As South Sudan Celebrates One Year of Independence, Brutal Attack on Prominent Civil Society Activist Raises Serious Concern
Freedom House is deeply concerned about the recent abduction and beating of Mr. Deng Athuai, chairman of the South Sudan Civil Society Alliance, which came only days prior to the country’s first anniversary of independence.
Mr. Athuai was abducted from the Nile Beach Hotel in Juba on the night of July 4 by five plain-clothed men and driven to an unknown location. During his captivity, which lasted for two days, Mr. Athuai was severely beaten, deprived of food and repeatedly interrogated about the mandate of the Alliance and its vocal stance against corruption in the country. On the evening of July 6, Mr. Athuai was able to escape his captors and find a police station at which point he was taken to Juba Teaching Hospital where he is currently receiving medical attention. Since the incident, additional Alliance board members have reportedly received threats.
“This brutal attack against an outspoken advocate for democratic governance is extremely disturbing, especially as South Sudan celebrates the first anniversary of its hard-earned independence, said Vukasin Petrovic, director for Africa programs at Freedom House. “Authorities should immediately ensure the safety and security of Mr. Athuai and his family and carry out a thorough and proper investigation on the circumstances around his abduction, harassment and maltreatment without delay.”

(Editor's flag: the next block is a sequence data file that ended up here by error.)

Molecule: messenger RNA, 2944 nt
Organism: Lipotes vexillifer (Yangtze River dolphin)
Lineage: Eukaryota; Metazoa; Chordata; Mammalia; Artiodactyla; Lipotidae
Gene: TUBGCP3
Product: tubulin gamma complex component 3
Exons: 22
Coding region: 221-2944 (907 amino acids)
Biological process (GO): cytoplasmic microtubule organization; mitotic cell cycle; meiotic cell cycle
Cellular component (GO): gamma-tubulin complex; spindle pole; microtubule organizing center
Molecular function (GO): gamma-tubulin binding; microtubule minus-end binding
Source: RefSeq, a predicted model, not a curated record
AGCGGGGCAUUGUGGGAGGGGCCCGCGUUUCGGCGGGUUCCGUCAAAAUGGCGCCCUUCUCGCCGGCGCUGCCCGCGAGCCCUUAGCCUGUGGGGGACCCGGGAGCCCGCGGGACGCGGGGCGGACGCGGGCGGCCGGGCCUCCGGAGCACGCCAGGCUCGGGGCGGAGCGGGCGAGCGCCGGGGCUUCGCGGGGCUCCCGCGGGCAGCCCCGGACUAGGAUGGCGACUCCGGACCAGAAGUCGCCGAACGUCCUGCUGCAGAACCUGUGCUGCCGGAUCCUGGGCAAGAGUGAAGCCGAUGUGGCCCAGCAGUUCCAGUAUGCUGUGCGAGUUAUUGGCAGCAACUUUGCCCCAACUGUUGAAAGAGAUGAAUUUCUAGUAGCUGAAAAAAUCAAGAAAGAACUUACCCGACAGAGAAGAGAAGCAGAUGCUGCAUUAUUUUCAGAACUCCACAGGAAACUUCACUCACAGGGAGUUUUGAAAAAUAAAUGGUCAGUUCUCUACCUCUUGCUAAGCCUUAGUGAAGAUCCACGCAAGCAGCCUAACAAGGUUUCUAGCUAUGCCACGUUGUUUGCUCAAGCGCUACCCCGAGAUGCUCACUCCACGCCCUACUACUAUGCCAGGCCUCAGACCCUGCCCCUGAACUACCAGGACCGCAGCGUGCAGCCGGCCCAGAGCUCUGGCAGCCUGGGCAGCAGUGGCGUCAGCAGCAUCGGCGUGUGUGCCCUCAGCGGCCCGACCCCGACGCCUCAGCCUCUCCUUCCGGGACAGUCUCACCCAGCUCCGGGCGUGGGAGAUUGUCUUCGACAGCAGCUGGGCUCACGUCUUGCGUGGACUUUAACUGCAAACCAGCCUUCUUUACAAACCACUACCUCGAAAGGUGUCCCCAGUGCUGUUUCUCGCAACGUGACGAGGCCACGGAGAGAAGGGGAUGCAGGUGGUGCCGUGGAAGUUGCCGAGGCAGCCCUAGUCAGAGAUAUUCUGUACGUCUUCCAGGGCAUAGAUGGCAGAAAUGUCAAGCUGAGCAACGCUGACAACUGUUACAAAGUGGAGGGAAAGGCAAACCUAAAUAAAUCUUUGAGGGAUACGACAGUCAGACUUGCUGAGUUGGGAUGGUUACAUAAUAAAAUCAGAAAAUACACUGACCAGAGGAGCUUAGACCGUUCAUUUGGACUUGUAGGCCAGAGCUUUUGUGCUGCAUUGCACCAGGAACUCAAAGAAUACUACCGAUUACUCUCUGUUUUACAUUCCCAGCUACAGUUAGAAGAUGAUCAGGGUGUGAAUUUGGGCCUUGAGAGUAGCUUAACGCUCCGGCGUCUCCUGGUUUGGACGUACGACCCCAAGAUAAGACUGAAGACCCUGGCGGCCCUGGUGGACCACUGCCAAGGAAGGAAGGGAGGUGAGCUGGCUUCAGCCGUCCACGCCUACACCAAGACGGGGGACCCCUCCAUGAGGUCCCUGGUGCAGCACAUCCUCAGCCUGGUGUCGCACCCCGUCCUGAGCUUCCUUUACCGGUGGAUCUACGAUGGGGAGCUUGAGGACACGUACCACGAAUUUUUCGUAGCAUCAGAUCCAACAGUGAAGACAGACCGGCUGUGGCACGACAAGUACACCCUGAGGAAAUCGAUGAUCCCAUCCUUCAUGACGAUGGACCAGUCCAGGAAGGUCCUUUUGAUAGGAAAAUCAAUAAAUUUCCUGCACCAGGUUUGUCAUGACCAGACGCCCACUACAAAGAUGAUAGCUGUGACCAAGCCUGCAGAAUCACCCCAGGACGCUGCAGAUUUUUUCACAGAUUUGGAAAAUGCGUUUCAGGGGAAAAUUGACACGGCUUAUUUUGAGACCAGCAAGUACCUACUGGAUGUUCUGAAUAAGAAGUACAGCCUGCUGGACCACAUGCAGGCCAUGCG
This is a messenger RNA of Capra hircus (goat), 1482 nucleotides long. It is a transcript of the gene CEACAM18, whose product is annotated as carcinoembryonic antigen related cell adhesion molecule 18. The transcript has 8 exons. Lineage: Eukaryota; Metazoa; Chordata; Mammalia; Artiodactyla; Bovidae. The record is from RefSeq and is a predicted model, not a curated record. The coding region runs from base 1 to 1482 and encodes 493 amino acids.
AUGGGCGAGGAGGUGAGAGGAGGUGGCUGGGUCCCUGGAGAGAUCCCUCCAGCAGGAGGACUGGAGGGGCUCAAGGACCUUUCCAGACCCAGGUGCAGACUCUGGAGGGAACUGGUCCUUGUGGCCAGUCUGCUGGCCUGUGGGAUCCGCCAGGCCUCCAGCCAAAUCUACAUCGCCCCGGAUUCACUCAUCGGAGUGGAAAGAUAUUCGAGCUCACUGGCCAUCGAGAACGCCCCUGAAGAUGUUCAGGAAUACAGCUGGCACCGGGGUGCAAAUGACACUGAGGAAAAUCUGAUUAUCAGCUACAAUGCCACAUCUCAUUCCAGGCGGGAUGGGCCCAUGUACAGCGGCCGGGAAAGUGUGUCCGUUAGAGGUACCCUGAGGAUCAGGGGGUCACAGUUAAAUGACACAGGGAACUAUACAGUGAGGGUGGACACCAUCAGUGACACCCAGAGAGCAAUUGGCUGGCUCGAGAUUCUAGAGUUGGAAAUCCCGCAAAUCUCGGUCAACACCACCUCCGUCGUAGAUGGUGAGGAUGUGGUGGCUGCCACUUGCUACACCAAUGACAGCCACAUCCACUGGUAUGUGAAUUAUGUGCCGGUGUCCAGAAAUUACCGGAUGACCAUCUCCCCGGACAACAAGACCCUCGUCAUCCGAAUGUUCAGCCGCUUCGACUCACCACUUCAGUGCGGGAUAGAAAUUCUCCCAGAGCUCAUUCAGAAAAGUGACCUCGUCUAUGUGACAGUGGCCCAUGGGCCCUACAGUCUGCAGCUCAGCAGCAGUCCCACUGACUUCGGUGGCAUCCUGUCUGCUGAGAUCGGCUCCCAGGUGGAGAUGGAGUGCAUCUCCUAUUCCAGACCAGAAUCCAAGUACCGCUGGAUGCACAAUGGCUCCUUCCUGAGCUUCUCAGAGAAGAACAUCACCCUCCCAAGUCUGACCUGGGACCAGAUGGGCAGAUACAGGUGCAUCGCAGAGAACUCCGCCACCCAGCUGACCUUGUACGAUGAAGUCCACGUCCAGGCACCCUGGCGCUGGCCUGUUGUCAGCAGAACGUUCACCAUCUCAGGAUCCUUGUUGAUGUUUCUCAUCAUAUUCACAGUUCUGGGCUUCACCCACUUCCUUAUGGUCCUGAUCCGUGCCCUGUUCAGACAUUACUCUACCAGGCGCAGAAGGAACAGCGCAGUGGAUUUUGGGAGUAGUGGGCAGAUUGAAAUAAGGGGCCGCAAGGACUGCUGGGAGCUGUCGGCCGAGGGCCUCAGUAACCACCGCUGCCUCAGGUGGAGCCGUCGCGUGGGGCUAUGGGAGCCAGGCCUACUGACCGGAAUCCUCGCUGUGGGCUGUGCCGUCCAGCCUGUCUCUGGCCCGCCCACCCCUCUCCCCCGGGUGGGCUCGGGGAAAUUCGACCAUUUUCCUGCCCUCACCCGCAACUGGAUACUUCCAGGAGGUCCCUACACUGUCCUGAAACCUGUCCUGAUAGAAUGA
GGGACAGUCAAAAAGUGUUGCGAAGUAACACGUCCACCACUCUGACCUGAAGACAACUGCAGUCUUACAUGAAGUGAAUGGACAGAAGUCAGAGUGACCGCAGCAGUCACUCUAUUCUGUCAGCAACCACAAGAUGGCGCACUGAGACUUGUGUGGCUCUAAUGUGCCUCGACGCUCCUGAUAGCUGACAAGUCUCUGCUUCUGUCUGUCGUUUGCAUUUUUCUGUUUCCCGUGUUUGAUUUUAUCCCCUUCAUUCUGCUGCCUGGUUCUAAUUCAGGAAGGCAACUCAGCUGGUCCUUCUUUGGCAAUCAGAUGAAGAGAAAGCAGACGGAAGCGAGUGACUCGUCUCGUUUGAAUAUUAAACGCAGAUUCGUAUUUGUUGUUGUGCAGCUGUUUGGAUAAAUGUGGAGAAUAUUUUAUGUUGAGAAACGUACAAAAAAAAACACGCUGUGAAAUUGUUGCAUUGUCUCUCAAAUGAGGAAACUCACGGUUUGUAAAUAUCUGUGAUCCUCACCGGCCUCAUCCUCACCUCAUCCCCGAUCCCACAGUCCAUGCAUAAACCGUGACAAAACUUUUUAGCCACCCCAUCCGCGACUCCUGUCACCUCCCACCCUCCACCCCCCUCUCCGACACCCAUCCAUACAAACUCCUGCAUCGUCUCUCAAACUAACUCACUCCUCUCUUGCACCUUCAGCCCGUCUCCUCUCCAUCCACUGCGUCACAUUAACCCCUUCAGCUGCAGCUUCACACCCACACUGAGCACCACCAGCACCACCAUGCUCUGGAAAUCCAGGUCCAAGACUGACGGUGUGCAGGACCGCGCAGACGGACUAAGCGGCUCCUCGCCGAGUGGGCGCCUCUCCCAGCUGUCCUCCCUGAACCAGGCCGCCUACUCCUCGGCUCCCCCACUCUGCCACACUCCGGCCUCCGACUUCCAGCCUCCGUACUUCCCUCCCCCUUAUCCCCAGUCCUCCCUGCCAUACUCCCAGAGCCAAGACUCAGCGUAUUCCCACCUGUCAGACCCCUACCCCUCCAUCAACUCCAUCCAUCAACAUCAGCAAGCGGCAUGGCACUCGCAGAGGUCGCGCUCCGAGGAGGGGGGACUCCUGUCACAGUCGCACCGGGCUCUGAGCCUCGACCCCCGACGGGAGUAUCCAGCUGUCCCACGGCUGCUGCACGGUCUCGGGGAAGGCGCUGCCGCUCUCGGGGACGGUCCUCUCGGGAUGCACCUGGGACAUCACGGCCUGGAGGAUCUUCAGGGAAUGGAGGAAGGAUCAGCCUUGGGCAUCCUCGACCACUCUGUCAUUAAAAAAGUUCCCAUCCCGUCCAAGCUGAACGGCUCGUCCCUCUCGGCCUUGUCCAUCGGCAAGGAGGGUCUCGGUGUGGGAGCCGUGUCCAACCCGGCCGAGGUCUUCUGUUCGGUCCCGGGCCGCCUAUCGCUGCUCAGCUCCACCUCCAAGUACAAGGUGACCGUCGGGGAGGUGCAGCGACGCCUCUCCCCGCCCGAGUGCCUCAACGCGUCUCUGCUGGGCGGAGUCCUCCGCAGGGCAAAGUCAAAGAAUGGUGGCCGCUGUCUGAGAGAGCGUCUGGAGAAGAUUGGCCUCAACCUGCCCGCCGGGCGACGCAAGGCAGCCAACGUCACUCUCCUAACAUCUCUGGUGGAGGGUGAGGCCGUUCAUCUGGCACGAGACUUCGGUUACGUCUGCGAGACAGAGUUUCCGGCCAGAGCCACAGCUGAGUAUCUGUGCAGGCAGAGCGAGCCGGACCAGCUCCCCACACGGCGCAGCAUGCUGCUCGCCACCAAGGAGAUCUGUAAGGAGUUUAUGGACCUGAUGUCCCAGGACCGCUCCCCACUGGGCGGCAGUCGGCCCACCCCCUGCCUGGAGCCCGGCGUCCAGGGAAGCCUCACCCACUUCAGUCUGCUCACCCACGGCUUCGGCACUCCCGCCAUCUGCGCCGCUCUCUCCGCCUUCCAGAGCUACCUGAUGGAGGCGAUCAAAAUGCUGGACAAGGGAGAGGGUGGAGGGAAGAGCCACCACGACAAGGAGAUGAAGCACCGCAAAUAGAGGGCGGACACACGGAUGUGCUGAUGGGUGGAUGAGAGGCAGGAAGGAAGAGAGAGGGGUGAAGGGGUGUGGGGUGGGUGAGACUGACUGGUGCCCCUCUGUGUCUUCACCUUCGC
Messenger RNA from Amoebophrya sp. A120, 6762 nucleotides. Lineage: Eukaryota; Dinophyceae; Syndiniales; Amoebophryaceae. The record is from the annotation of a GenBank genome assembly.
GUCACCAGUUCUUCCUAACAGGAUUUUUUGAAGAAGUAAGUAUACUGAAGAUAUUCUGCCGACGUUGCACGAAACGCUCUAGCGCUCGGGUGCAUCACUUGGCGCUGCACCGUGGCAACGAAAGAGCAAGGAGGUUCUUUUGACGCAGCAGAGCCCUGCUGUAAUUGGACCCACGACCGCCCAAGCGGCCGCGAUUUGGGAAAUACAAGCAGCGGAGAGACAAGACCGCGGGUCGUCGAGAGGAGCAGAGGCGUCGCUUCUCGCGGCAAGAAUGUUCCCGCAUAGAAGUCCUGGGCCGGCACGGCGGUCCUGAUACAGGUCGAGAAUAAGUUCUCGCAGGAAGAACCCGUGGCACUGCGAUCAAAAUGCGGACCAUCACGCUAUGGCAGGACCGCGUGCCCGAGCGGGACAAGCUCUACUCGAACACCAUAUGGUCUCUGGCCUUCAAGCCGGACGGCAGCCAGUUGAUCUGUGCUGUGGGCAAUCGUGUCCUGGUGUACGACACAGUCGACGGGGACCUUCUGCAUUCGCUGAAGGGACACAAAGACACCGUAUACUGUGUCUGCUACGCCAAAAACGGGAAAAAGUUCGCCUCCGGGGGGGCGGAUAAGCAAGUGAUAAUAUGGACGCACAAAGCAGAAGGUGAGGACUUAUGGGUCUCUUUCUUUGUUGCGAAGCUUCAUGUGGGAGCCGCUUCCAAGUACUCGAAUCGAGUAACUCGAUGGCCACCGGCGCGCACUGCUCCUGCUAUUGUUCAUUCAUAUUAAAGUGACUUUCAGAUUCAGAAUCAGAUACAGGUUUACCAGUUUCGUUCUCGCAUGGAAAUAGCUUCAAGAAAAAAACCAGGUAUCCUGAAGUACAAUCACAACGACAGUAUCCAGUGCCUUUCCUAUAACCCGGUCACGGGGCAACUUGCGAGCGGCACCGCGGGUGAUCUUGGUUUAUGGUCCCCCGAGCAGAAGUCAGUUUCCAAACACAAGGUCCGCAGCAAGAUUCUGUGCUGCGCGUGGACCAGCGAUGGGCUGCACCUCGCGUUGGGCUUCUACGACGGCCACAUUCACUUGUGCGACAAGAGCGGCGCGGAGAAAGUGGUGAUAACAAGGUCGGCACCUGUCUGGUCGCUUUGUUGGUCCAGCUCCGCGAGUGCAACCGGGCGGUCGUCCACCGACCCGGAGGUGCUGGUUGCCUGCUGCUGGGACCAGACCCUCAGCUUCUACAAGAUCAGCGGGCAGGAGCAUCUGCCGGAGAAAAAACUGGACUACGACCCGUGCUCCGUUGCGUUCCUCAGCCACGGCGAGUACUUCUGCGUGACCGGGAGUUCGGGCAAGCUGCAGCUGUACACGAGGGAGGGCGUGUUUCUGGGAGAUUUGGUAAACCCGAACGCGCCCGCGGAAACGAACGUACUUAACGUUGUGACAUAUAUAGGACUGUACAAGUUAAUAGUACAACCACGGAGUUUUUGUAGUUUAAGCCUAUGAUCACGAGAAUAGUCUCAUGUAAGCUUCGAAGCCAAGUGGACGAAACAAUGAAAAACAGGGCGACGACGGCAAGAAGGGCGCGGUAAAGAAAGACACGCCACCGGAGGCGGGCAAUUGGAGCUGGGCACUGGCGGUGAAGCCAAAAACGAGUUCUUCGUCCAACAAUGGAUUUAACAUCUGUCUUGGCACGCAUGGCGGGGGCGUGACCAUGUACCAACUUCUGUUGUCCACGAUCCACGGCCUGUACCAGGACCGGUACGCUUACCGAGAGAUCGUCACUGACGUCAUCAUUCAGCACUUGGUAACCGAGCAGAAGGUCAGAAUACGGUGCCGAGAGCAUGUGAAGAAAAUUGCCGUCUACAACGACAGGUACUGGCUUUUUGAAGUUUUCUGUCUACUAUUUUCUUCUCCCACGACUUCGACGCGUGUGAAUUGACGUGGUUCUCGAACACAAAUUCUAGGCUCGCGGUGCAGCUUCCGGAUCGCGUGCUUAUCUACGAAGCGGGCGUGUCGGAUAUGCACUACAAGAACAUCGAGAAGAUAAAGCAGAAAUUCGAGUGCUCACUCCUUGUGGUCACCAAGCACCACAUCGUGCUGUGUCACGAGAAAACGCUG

The South Sudan Civil Society Alliance is a national umbrella body established at the first South Sudan Civil Society Convention held in July 2011. Mr. Athuai was elected chairman by his fellow members in January 2012. Since its formation, the Alliance has been outspoken on a number of issues of concern for citizens in South Sudan, including the Addis Ababa talks on outstanding separation issues with Sudan, the permanent constitution-making process and the fight against corruption. In June, the Alliance organized a demonstration at the National Assembly, urging the government to reveal the names of 75 government officials who reportedly received correspondence from President Salva Kiir encouraging the return of $4 billion in public funds that have been embezzled since 2005.
“The prospects for a democratic South Sudan depend on the emergence of effective checks on executive authority, including a robust civil society that is capable of holding its government to account,” continued Petrovic. “The government should make every effort to ensure the safety and security of all civil society activists in the country, even those that criticize government policies.”
For more information, visit:
Communique from the First South Sudan Civil Society Convention
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